Sunday, February 08, 2009


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Todays collectivists who are fond of disparaging Laissez Faire Capitalism which they fault for the current economic/financial pass to which we have come are inadvertently cheer leading for the system which they regularly accuse conservatives of advocating: fascism. Our so called "mixed economy" which describes the current situation in the US is unadulterated fascism and is defined as an economic system nominally owned by private persons but in fact controlled and regulated by governmental authority.

Today’s US Economic System Is A “Mixed [Fascist] Economy,” Not Laissez-Faire Capitalism.

And even if all of the facts as presented [by] those who would blame "capitalism" were absolutely true, it would not imply any reason whatever to condemn capitalism. Capitalism is a system in which absurd, self-destructive behavior severely punishes whoever is guilty of it. Such people suffer losses, go bankrupt, and lose their ability to have significant further economic influence. Their example then serves as a lesson to others to avoid such behavior.

However, we are very far from having capitalism today, certainly not capitalism in its logically consistent form of laissez-faire capitalism. What we have today is a “mixed economy,” that is, a severely hampered, distorted form of capitalism. In such a system, such behavior can continue, thanks to government subsidies, grants of monopoly privilege and suppression of competition, and now by means of government “bailouts.”

A mixed economy is an economy which remains capitalistic in its basic structure, but in which the government extensively intervenes with the initiation of physical force to compel actions that are against the interest of individuals and/or to prohibit actions that are in the interest of individuals. For example, today it compels people to pay an income tax, which is against their interest but which they pay in order to stay out of jail. It also prohibits them from engaging in various business mergers or paying wages below a certain amount, things which it would be to their interest to do but now do not, because they wish to avoid being fined or imprisoned. (In my recent article “The Myth that Laissez Faire Is Responsible for Our Financial Crisis,” I present an extensive description of the extent of government intervention.)...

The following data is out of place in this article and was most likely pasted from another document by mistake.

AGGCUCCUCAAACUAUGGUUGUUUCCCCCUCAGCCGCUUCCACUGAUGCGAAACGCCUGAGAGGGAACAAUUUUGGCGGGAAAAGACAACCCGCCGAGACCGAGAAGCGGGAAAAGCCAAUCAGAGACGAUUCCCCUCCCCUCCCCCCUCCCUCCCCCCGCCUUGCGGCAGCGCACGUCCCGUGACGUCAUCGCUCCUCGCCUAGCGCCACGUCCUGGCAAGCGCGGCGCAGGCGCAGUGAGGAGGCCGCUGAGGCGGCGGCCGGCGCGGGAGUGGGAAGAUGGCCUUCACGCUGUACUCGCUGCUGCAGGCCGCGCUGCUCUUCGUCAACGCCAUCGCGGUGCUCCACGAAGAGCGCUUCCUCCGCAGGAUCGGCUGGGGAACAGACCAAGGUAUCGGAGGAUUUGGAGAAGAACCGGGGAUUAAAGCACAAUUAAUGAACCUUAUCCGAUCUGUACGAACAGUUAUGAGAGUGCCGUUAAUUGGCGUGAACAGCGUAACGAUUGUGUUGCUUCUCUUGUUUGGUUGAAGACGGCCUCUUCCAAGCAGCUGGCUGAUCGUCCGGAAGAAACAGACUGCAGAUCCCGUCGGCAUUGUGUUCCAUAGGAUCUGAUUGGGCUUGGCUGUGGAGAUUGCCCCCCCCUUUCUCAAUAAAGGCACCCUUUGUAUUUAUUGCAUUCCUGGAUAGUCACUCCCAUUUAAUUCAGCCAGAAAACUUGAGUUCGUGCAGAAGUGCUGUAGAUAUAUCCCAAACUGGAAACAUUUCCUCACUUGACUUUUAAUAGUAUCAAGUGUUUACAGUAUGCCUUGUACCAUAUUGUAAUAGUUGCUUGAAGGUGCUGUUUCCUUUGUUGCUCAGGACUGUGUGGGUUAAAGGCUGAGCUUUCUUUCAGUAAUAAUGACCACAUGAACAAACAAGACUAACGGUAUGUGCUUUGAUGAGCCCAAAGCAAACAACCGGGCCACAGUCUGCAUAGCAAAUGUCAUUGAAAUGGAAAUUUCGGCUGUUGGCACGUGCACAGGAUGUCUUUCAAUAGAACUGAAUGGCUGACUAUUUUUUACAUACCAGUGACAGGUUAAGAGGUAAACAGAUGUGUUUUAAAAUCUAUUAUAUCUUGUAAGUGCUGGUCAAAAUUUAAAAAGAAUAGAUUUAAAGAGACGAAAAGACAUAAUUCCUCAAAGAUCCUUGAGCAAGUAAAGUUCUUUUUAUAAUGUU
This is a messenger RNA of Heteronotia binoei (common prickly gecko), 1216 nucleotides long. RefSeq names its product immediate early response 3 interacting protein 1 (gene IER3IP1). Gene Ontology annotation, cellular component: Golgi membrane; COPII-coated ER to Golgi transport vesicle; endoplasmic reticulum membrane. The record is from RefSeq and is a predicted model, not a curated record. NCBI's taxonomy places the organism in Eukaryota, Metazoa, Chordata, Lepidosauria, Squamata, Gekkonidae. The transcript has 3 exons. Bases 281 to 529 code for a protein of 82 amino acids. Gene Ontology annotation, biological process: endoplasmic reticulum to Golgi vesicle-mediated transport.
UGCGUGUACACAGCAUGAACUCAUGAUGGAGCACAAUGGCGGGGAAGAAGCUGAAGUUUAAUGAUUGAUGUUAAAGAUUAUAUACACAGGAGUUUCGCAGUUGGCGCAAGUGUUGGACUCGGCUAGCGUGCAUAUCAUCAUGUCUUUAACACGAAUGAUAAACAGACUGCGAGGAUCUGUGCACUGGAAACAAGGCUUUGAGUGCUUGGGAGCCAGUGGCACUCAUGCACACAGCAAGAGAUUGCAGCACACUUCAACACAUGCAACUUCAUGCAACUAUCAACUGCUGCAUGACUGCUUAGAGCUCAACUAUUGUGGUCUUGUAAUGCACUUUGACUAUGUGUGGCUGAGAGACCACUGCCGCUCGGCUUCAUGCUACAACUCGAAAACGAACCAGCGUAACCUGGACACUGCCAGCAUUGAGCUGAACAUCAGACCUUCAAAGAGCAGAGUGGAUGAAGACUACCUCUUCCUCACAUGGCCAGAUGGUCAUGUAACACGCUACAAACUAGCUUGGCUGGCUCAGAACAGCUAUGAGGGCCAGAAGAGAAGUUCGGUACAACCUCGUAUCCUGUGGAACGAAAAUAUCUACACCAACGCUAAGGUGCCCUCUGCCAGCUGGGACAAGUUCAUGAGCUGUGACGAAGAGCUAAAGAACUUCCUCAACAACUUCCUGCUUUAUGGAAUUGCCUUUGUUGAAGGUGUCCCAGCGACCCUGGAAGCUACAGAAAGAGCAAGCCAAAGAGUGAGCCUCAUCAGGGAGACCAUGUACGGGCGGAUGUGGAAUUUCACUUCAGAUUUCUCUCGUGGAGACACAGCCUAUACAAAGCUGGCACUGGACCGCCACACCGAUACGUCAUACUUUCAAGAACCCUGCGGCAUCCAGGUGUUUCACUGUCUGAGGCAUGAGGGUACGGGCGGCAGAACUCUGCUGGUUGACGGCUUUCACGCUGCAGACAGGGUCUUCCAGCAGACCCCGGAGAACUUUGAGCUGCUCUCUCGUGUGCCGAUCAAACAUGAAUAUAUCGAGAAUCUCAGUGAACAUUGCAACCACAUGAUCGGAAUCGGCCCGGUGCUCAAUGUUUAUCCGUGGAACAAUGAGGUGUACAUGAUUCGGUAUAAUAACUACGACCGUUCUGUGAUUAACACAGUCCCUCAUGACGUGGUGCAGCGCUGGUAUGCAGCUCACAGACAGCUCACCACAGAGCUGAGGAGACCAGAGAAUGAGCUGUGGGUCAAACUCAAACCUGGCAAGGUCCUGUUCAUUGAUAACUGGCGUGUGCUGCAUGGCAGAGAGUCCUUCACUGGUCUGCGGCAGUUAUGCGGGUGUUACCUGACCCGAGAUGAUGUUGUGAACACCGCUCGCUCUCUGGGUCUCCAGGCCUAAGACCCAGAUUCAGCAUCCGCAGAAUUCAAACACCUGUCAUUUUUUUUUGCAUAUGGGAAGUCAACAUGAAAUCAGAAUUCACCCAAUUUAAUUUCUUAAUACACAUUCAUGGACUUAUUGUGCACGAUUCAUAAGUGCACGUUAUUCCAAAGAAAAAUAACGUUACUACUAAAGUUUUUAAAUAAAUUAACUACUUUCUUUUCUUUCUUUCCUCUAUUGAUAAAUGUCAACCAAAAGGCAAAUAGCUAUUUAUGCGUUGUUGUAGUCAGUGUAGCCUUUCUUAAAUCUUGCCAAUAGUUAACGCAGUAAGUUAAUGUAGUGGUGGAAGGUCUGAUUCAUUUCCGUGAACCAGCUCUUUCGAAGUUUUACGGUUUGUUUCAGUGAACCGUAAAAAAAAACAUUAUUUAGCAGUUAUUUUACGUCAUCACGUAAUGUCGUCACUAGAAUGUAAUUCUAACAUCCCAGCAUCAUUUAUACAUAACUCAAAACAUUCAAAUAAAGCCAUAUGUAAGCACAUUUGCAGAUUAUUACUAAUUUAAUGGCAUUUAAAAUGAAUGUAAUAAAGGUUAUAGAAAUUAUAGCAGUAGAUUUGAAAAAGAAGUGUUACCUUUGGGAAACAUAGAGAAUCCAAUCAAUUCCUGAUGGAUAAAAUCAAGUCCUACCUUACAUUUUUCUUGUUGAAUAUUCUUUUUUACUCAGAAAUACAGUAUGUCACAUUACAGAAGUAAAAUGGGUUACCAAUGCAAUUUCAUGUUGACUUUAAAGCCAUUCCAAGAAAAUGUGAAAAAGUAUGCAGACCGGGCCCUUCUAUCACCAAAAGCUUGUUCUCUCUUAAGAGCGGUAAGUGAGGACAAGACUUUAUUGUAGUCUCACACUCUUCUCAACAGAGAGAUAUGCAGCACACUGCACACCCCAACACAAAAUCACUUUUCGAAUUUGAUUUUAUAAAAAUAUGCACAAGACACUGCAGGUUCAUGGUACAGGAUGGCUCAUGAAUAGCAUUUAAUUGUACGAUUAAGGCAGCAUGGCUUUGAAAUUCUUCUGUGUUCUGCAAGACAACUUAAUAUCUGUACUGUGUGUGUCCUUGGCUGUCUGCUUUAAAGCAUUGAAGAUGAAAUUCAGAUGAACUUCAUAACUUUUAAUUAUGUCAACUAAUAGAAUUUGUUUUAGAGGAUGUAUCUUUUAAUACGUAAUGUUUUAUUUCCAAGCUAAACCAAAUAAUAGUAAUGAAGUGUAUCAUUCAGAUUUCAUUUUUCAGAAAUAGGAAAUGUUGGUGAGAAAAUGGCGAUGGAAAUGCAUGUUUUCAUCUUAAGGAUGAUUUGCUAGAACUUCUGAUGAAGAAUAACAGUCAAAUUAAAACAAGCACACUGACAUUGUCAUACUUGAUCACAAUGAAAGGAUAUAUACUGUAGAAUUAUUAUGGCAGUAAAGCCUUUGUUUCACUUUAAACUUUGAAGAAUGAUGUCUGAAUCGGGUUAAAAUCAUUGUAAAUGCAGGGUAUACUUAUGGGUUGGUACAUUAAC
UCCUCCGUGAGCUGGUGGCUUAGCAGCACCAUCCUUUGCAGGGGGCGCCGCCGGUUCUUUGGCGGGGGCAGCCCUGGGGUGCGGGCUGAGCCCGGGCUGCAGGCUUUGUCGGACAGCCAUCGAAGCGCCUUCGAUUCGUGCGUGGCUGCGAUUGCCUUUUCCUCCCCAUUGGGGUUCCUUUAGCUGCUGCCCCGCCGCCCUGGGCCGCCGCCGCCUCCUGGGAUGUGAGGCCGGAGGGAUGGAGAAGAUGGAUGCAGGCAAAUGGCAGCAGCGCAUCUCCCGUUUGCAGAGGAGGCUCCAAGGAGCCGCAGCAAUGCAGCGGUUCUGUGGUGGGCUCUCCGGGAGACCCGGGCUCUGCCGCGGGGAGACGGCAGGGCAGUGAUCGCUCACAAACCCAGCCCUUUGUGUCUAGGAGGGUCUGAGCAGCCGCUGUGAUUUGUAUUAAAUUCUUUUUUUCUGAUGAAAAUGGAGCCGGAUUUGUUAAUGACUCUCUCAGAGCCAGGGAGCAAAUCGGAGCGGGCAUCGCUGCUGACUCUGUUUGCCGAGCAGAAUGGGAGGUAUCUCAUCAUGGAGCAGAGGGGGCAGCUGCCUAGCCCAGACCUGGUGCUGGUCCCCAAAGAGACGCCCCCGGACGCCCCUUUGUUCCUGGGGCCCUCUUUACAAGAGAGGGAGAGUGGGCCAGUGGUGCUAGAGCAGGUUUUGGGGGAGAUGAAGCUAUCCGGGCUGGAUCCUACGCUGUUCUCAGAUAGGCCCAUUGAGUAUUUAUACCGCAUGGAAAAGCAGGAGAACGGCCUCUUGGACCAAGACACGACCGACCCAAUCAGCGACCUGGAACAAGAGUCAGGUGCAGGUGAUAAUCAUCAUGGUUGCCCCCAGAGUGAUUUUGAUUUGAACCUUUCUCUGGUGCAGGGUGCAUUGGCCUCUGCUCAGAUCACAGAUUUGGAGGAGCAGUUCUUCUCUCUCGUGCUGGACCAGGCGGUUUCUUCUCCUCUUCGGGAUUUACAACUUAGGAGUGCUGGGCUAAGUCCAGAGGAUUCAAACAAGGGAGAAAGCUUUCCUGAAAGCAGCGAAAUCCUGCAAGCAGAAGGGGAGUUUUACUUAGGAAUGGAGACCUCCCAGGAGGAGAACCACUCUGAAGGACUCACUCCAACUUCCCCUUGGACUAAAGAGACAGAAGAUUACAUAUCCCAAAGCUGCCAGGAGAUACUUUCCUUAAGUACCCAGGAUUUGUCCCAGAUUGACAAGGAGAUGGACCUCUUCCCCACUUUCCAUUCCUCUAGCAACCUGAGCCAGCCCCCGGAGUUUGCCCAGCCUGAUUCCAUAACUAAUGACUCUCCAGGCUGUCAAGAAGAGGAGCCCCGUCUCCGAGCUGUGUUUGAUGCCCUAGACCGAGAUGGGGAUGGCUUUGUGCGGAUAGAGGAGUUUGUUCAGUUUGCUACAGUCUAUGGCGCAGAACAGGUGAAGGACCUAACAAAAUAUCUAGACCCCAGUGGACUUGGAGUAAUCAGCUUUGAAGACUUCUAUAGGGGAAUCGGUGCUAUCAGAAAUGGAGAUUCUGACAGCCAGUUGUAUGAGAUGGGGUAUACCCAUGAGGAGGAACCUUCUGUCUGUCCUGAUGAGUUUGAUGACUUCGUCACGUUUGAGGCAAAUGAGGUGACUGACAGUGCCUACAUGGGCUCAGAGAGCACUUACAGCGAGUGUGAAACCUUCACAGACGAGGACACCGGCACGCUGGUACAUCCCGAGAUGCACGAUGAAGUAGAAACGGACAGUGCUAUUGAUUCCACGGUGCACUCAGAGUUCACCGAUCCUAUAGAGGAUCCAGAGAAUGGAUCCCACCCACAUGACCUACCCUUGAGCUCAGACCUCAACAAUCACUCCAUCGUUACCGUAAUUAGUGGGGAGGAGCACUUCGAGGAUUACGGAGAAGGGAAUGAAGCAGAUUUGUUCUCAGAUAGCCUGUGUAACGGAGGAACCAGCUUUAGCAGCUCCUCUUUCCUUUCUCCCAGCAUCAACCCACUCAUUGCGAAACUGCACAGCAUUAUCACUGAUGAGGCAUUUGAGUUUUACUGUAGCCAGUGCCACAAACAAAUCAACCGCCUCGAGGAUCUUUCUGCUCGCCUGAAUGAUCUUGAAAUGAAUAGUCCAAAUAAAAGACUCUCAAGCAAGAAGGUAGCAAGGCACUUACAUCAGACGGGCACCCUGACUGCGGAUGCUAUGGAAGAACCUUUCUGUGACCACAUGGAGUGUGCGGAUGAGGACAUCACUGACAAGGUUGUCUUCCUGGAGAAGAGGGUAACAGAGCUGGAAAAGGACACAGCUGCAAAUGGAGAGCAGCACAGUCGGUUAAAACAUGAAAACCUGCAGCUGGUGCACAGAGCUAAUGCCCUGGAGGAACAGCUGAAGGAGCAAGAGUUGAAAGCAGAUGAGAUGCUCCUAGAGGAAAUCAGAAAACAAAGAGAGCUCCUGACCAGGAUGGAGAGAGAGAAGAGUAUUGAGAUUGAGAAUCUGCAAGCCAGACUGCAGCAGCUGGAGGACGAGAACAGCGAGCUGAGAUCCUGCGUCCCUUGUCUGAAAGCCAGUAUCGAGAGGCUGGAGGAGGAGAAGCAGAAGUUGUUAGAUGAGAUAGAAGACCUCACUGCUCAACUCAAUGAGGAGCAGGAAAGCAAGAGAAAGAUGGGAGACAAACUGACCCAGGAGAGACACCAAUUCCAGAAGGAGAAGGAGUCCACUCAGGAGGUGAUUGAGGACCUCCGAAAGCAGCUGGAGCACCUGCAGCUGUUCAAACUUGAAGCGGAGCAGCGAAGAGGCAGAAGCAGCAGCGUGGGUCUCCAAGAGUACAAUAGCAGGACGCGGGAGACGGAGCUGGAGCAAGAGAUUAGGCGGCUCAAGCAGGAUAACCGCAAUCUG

In a mixed [fascist] economy, every significant-sized business must fear what the government can do to it. It needs protection, in the form of political connections. It secures these through appointing former government officials to its board of directors, paying such officials lavish consulting fees, and giving lavish campaign contributions to candidates for public office. In these ways it buys the protection it needs. More

Make no mistake; the politicians who espouse solutions to the problems which they themselves are responsible for and which involve "more of the same" are leading their constituents down the primrose path to National Socialism. Indeed, Rahm Emanuel's cliche "Never let a serious crisis go to waste" is exactly how the National Socialists came to power in Germany in 1933.

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